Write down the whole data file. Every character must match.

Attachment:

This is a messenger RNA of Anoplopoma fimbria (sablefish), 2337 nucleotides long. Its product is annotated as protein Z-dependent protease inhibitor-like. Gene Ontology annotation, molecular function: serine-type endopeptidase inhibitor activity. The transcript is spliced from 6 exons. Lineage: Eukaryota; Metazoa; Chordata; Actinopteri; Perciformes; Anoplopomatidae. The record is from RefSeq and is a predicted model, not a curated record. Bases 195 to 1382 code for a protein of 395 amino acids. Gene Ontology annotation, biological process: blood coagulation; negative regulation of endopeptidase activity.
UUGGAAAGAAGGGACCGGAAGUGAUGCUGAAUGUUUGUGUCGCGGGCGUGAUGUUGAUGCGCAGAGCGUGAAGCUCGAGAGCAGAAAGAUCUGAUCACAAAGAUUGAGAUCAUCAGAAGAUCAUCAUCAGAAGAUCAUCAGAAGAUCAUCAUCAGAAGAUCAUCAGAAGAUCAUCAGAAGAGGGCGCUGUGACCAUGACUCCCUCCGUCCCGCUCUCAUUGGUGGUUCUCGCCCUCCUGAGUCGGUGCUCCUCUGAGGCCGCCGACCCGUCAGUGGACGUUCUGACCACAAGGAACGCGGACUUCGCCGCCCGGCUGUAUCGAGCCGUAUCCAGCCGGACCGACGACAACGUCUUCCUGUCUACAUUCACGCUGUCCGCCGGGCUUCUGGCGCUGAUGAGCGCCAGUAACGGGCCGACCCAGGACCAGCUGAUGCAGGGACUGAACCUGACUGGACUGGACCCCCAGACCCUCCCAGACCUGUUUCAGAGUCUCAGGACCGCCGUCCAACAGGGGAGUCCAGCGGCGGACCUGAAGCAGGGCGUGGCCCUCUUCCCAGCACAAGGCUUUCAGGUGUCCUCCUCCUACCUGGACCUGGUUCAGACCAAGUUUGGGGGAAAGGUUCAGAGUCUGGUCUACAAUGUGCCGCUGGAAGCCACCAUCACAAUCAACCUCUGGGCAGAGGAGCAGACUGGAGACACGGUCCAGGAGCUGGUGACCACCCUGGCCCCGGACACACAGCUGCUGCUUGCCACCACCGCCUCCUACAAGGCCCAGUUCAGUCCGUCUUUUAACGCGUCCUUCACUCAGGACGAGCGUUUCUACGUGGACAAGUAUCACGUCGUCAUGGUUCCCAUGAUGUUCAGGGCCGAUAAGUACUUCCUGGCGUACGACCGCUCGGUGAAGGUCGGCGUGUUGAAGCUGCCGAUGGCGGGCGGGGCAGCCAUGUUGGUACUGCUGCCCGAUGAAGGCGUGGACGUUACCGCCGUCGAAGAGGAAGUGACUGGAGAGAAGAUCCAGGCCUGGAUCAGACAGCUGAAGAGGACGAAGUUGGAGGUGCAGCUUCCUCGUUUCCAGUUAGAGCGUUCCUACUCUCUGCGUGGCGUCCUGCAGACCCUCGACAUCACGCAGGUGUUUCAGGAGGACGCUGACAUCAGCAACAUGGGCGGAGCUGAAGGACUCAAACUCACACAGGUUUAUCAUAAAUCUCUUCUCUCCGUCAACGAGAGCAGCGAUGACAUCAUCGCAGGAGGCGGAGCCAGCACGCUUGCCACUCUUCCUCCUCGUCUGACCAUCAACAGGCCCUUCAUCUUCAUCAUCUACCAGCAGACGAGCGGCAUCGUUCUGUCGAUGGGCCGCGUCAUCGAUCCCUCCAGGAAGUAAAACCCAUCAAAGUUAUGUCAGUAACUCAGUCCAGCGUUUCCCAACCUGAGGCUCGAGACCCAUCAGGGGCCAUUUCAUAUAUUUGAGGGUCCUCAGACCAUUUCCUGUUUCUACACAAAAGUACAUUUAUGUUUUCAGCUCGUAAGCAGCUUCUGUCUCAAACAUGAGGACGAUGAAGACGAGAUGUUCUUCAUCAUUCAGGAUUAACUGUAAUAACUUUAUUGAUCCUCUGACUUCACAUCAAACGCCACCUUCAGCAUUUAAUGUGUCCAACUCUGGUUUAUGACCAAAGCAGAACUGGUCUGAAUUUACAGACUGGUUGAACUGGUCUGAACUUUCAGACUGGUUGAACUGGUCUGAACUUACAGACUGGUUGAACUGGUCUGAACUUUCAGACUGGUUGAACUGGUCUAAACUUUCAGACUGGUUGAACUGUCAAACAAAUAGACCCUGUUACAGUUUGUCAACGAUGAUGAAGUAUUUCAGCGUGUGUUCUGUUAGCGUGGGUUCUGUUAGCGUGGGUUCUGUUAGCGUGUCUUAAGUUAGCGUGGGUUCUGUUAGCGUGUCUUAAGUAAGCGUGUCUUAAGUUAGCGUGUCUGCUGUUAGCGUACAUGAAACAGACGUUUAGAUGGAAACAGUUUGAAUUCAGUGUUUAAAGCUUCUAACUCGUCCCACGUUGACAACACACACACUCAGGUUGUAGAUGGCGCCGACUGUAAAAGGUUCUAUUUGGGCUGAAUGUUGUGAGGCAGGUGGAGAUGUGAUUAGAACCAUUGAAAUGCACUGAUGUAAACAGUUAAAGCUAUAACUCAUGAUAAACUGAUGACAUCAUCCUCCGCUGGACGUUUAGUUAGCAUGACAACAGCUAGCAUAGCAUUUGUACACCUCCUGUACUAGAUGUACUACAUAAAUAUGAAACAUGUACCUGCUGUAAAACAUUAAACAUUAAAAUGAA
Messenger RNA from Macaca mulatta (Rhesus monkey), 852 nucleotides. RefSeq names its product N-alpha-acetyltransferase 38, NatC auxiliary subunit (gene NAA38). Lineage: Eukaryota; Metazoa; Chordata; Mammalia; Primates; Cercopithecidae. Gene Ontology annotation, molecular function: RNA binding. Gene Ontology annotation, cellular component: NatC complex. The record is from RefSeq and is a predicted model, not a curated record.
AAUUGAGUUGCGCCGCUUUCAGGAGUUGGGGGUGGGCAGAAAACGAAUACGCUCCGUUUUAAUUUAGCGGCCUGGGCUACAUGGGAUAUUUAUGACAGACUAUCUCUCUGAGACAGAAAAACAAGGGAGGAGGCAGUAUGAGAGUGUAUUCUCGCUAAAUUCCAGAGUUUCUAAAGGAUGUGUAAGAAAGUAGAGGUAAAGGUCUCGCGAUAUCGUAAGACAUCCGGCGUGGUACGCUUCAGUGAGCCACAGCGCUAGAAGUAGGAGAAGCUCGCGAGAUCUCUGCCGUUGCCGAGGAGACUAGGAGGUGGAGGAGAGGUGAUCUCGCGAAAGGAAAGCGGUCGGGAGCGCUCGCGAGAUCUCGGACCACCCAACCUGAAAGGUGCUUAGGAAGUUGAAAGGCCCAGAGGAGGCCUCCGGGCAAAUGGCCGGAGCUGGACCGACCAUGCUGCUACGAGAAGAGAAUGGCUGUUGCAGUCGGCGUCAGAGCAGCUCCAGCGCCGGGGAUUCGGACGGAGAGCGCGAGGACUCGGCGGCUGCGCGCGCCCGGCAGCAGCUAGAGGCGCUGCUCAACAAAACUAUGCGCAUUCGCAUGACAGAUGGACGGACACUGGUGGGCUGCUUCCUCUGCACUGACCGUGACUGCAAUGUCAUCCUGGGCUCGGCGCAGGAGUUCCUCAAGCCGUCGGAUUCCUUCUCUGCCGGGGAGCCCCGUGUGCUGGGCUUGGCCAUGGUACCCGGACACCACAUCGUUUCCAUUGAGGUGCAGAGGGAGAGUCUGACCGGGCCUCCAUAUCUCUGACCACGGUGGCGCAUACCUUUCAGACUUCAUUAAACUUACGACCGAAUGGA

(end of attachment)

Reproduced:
This is a messenger RNA of Anoplopoma fimbria (sablefish), 2337 nucleotides long. Its product is annotated as protein Z-dependent protease inhibitor-like. Gene Ontology annotation, molecular function: serine-type endopeptidase inhibitor activity. The transcript is spliced from 6 exons. Lineage: Eukaryota; Metazoa; Chordata; Actinopteri; Perciformes; Anoplopomatidae. The record is from RefSeq and is a predicted model, not a curated record. Bases 195 to 1382 code for a protein of 395 amino acids. Gene Ontology annotation, biological process: blood coagulation; negative regulation of endopeptidase activity.
UUGGAAAGAAGGGACCGGAAGUGAUGCUGAAUGUUUGUGUCGCGGGCGUGAUGUUGAUGCGCAGAGCGUGAAGCUCGAGAGCAGAAAGAUCUGAUCACAAAGAUUGAGAUCAUCAGAAGAUCAUCAUCAGAAGAUCAUCAGAAGAUCAUCAUCAGAAGAUCAUCAGAAGAUCAUCAGAAGAGGGCGCUGUGACCAUGACUCCCUCCGUCCCGCUCUCAUUGGUGGUUCUCGCCCUCCUGAGUCGGUGCUCCUCUGAGGCCGCCGACCCGUCAGUGGACGUUCUGACCACAAGGAACGCGGACUUCGCCGCCCGGCUGUAUCGAGCCGUAUCCAGCCGGACCGACGACAACGUCUUCCUGUCUACAUUCACGCUGUCCGCCGGGCUUCUGGCGCUGAUGAGCGCCAGUAACGGGCCGACCCAGGACCAGCUGAUGCAGGGACUGAACCUGACUGGACUGGACCCCCAGACCCUCCCAGACCUGUUUCAGAGUCUCAGGACCGCCGUCCAACAGGGGAGUCCAGCGGCGGACCUGAAGCAGGGCGUGGCCCUCUUCCCAGCACAAGGCUUUCAGGUGUCCUCCUCCUACCUGGACCUGGUUCAGACCAAGUUUGGGGGAAAGGUUCAGAGUCUGGUCUACAAUGUGCCGCUGGAAGCCACCAUCACAAUCAACCUCUGGGCAGAGGAGCAGACUGGAGACACGGUCCAGGAGCUGGUGACCACCCUGGCCCCGGACACACAGCUGCUGCUUGCCACCACCGCCUCCUACAAGGCCCAGUUCAGUCCGUCUUUUAACGCGUCCUUCACUCAGGACGAGCGUUUCUACGUGGACAAGUAUCACGUCGUCAUGGUUCCCAUGAUGUUCAGGGCCGAUAAGUACUUCCUGGCGUACGACCGCUCGGUGAAGGUCGGCGUGUUGAAGCUGCCGAUGGCGGGCGGGGCAGCCAUGUUGGUACUGCUGCCCGAUGAAGGCGUGGACGUUACCGCCGUCGAAGAGGAAGUGACUGGAGAGAAGAUCCAGGCCUGGAUCAGACAGCUGAAGAGGACGAAGUUGGAGGUGCAGCUUCCUCGUUUCCAGUUAGAGCGUUCCUACUCUCUGCGUGGCGUCCUGCAGACCCUCGACAUCACGCAGGUGUUUCAGGAGGACGCUGACAUCAGCAACAUGGGCGGAGCUGAAGGACUCAAACUCACACAGGUUUAUCAUAAAUCUCUUCUCUCCGUCAACGAGAGCAGCGAUGACAUCAUCGCAGGAGGCGGAGCCAGCACGCUUGCCACUCUUCCUCCUCGUCUGACCAUCAACAGGCCCUUCAUCUUCAUCAUCUACCAGCAGACGAGCGGCAUCGUUCUGUCGAUGGGCCGCGUCAUCGAUCCCUCCAGGAAGUAAAACCCAUCAAAGUUAUGUCAGUAACUCAGUCCAGCGUUUCCCAACCUGAGGCUCGAGACCCAUCAGGGGCCAUUUCAUAUAUUUGAGGGUCCUCAGACCAUUUCCUGUUUCUACACAAAAGUACAUUUAUGUUUUCAGCUCGUAAGCAGCUUCUGUCUCAAACAUGAGGACGAUGAAGACGAGAUGUUCUUCAUCAUUCAGGAUUAACUGUAAUAACUUUAUUGAUCCUCUGACUUCACAUCAAACGCCACCUUCAGCAUUUAAUGUGUCCAACUCUGGUUUAUGACCAAAGCAGAACUGGUCUGAAUUUACAGACUGGUUGAACUGGUCUGAACUUUCAGACUGGUUGAACUGGUCUGAACUUACAGACUGGUUGAACUGGUCUGAACUUUCAGACUGGUUGAACUGGUCUAAACUUUCAGACUGGUUGAACUGUCAAACAAAUAGACCCUGUUACAGUUUGUCAACGAUGAUGAAGUAUUUCAGCGUGUGUUCUGUUAGCGUGGGUUCUGUUAGCGUGGGUUCUGUUAGCGUGUCUUAAGUUAGCGUGGGUUCUGUUAGCGUGUCUUAAGUAAGCGUGUCUUAAGUUAGCGUGUCUGCUGUUAGCGUACAUGAAACAGACGUUUAGAUGGAAACAGUUUGAAUUCAGUGUUUAAAGCUUCUAACUCGUCCCACGUUGACAACACACACACUCAGGUUGUAGAUGGCGCCGACUGUAAAAGGUUCUAUUUGGGCUGAAUGUUGUGAGGCAGGUGGAGAUGUGAUUAGAACCAUUGAAAUGCACUGAUGUAAACAGUUAAAGCUAUAACUCAUGAUAAACUGAUGACAUCAUCCUCCGCUGGACGUUUAGUUAGCAUGACAACAGCUAGCAUAGCAUUUGUACACCUCCUGUACUAGAUGUACUACAUAAAUAUGAAACAUGUACCUGCUGUAAAACAUUAAACAUUAAAAUGAA
Messenger RNA from Macaca mulatta (Rhesus monkey), 852 nucleotides. RefSeq names its product N-alpha-acetyltransferase 38, NatC auxiliary subunit (gene NAA38). Lineage: Eukaryota; Metazoa; Chordata; Mammalia; Primates; Cercopithecidae. Gene Ontology annotation, molecular function: RNA binding. Gene Ontology annotation, cellular component: NatC complex. The record is from RefSeq and is a predicted model, not a curated record.
AAUUGAGUUGCGCCGCUUUCAGGAGUUGGGGGUGGGCAGAAAACGAAUACGCUCCGUUUUAAUUUAGCGGCCUGGGCUACAUGGGAUAUUUAUGACAGACUAUCUCUCUGAGACAGAAAAACAAGGGAGGAGGCAGUAUGAGAGUGUAUUCUCGCUAAAUUCCAGAGUUUCUAAAGGAUGUGUAAGAAAGUAGAGGUAAAGGUCUCGCGAUAUCGUAAGACAUCCGGCGUGGUACGCUUCAGUGAGCCACAGCGCUAGAAGUAGGAGAAGCUCGCGAGAUCUCUGCCGUUGCCGAGGAGACUAGGAGGUGGAGGAGAGGUGAUCUCGCGAAAGGAAAGCGGUCGGGAGCGCUCGCGAGAUCUCGGACCACCCAACCUGAAAGGUGCUUAGGAAGUUGAAAGGCCCAGAGGAGGCCUCCGGGCAAAUGGCCGGAGCUGGACCGACCAUGCUGCUACGAGAAGAGAAUGGCUGUUGCAGUCGGCGUCAGAGCAGCUCCAGCGCCGGGGAUUCGGACGGAGAGCGCGAGGACUCGGCGGCUGCGCGCGCCCGGCAGCAGCUAGAGGCGCUGCUCAACAAAACUAUGCGCAUUCGCAUGACAGAUGGACGGACACUGGUGGGCUGCUUCCUCUGCACUGACCGUGACUGCAAUGUCAUCCUGGGCUCGGCGCAGGAGUUCCUCAAGCCGUCGGAUUCCUUCUCUGCCGGGGAGCCCCGUGUGCUGGGCUUGGCCAUGGUACCCGGACACCACAUCGUUUCCAUUGAGGUGCAGAGGGAGAGUCUGACCGGGCCUCCAUAUCUCUGACCACGGUGGCGCAUACCUUUCAGACUUCAUUAAACUUACGACCGAAUGGA